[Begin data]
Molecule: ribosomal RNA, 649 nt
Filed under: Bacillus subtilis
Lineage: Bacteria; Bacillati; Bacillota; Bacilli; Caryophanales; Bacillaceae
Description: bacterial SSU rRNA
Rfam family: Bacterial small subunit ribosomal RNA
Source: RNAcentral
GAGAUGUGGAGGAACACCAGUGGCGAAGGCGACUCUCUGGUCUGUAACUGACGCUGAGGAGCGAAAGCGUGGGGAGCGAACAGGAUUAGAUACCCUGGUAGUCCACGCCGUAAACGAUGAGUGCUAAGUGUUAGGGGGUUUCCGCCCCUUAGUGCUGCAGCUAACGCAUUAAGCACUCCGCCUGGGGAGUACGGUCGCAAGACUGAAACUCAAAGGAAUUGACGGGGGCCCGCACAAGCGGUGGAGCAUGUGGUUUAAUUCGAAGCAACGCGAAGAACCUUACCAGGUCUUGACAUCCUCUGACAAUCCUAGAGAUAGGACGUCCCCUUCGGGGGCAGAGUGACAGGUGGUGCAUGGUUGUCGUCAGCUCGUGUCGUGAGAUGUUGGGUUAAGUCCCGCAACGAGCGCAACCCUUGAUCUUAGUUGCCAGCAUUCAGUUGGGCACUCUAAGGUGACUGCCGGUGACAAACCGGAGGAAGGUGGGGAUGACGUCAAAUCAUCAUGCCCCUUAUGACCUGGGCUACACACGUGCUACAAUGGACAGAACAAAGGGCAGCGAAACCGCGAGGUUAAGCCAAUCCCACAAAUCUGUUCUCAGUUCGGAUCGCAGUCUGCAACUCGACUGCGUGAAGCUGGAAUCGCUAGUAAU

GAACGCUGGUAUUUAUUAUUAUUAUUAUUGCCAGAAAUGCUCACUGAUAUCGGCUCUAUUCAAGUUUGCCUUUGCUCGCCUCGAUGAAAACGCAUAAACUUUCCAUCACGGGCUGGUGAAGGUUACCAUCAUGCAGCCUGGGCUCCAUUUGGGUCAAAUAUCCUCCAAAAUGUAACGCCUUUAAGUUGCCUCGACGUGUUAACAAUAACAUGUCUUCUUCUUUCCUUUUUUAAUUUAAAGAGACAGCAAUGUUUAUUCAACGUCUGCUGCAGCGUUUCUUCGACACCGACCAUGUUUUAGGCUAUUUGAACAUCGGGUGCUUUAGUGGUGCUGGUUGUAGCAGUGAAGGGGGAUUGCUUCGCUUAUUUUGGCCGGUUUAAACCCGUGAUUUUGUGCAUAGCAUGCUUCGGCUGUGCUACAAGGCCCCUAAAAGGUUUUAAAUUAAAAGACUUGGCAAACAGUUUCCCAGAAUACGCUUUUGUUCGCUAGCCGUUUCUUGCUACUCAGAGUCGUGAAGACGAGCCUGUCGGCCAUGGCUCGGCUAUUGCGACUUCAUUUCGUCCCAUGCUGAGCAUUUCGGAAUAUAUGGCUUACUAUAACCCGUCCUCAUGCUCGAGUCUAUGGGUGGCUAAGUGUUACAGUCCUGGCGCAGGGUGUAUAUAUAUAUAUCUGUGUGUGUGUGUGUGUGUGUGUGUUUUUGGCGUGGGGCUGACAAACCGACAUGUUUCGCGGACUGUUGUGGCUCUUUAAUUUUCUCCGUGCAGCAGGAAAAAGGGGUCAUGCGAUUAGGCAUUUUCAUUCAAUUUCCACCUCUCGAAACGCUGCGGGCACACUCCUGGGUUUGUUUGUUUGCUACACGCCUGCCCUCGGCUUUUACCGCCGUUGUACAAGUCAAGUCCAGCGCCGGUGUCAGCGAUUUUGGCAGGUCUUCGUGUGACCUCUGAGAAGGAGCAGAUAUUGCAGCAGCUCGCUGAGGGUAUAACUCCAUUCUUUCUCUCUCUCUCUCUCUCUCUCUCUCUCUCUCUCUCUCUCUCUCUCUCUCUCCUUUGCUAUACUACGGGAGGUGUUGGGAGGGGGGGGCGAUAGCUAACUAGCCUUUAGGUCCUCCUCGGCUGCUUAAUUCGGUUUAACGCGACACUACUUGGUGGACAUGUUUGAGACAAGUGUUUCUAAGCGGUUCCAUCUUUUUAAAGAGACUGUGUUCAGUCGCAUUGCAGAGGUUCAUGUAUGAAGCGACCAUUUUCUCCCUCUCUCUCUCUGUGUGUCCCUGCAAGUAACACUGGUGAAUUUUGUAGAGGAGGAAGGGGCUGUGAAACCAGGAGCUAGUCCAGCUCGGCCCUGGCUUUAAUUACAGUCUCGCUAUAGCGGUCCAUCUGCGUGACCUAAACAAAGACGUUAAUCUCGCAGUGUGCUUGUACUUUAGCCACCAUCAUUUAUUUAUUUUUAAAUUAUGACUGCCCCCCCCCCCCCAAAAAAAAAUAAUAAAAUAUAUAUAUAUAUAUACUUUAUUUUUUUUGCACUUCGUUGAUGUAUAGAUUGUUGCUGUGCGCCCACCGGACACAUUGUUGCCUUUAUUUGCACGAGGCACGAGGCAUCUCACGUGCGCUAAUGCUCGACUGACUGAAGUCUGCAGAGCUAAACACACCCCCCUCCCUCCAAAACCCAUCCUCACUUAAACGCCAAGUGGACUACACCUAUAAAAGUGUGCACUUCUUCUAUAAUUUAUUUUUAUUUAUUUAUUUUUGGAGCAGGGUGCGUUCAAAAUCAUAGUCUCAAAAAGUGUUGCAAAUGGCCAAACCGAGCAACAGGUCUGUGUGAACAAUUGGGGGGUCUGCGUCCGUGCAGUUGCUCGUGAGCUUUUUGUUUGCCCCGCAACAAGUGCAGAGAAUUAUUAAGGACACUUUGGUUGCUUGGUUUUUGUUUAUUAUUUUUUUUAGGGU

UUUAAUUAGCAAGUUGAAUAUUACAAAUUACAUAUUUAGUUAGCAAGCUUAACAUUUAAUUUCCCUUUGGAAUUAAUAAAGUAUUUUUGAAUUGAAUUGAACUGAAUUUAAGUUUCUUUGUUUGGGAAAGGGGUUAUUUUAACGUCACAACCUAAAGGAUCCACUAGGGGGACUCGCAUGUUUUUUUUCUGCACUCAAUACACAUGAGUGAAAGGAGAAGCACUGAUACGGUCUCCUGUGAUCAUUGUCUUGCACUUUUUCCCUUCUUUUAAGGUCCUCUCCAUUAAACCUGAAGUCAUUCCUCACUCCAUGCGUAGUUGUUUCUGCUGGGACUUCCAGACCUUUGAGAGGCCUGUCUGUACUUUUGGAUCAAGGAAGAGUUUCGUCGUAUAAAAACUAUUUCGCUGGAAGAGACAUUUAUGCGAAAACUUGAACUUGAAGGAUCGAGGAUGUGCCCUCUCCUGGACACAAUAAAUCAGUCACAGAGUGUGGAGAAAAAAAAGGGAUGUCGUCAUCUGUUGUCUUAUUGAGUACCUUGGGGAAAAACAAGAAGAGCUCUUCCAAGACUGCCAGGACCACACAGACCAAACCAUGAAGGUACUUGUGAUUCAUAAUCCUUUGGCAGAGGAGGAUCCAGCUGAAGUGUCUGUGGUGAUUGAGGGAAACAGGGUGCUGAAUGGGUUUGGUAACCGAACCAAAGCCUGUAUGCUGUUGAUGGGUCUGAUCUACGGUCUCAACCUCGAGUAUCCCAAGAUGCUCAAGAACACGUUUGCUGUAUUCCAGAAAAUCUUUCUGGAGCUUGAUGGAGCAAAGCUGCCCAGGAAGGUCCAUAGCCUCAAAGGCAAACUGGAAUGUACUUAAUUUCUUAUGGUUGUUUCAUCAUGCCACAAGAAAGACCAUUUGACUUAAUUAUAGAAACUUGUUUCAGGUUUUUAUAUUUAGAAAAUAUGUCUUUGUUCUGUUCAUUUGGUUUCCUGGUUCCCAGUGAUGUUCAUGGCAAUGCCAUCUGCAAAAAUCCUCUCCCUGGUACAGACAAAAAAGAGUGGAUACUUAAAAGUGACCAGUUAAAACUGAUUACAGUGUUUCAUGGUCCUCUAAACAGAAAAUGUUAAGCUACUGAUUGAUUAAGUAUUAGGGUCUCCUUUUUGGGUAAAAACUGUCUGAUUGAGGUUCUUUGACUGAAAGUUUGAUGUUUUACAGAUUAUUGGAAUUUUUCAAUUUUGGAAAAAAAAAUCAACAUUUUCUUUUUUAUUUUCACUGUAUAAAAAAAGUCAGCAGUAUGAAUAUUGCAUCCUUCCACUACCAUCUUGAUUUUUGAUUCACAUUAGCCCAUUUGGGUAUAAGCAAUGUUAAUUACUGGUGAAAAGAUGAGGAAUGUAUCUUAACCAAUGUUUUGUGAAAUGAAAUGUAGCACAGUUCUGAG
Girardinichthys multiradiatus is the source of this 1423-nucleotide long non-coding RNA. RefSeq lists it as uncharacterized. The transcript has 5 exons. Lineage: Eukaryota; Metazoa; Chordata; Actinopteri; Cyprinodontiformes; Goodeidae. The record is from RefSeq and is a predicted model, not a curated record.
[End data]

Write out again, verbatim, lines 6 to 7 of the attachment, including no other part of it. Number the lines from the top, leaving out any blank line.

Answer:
Source: RNAcentral
GAGAUGUGGAGGAACACCAGUGGCGAAGGCGACUCUCUGGUCUGUAACUGACGCUGAGGAGCGAAAGCGUGGGGAGCGAACAGGAUUAGAUACCCUGGUAGUCCACGCCGUAAACGAUGAGUGCUAAGUGUUAGGGGGUUUCCGCCCCUUAGUGCUGCAGCUAACGCAUUAAGCACUCCGCCUGGGGAGUACGGUCGCAAGACUGAAACUCAAAGGAAUUGACGGGGGCCCGCACAAGCGGUGGAGCAUGUGGUUUAAUUCGAAGCAACGCGAAGAACCUUACCAGGUCUUGACAUCCUCUGACAAUCCUAGAGAUAGGACGUCCCCUUCGGGGGCAGAGUGACAGGUGGUGCAUGGUUGUCGUCAGCUCGUGUCGUGAGAUGUUGGGUUAAGUCCCGCAACGAGCGCAACCCUUGAUCUUAGUUGCCAGCAUUCAGUUGGGCACUCUAAGGUGACUGCCGGUGACAAACCGGAGGAAGGUGGGGAUGACGUCAAAUCAUCAUGCCCCUUAUGACCUGGGCUACACACGUGCUACAAUGGACAGAACAAAGGGCAGCGAAACCGCGAGGUUAAGCCAAUCCCACAAAUCUGUUCUCAGUUCGGAUCGCAGUCUGCAACUCGACUGCGUGAAGCUGGAAUCGCUAGUAAU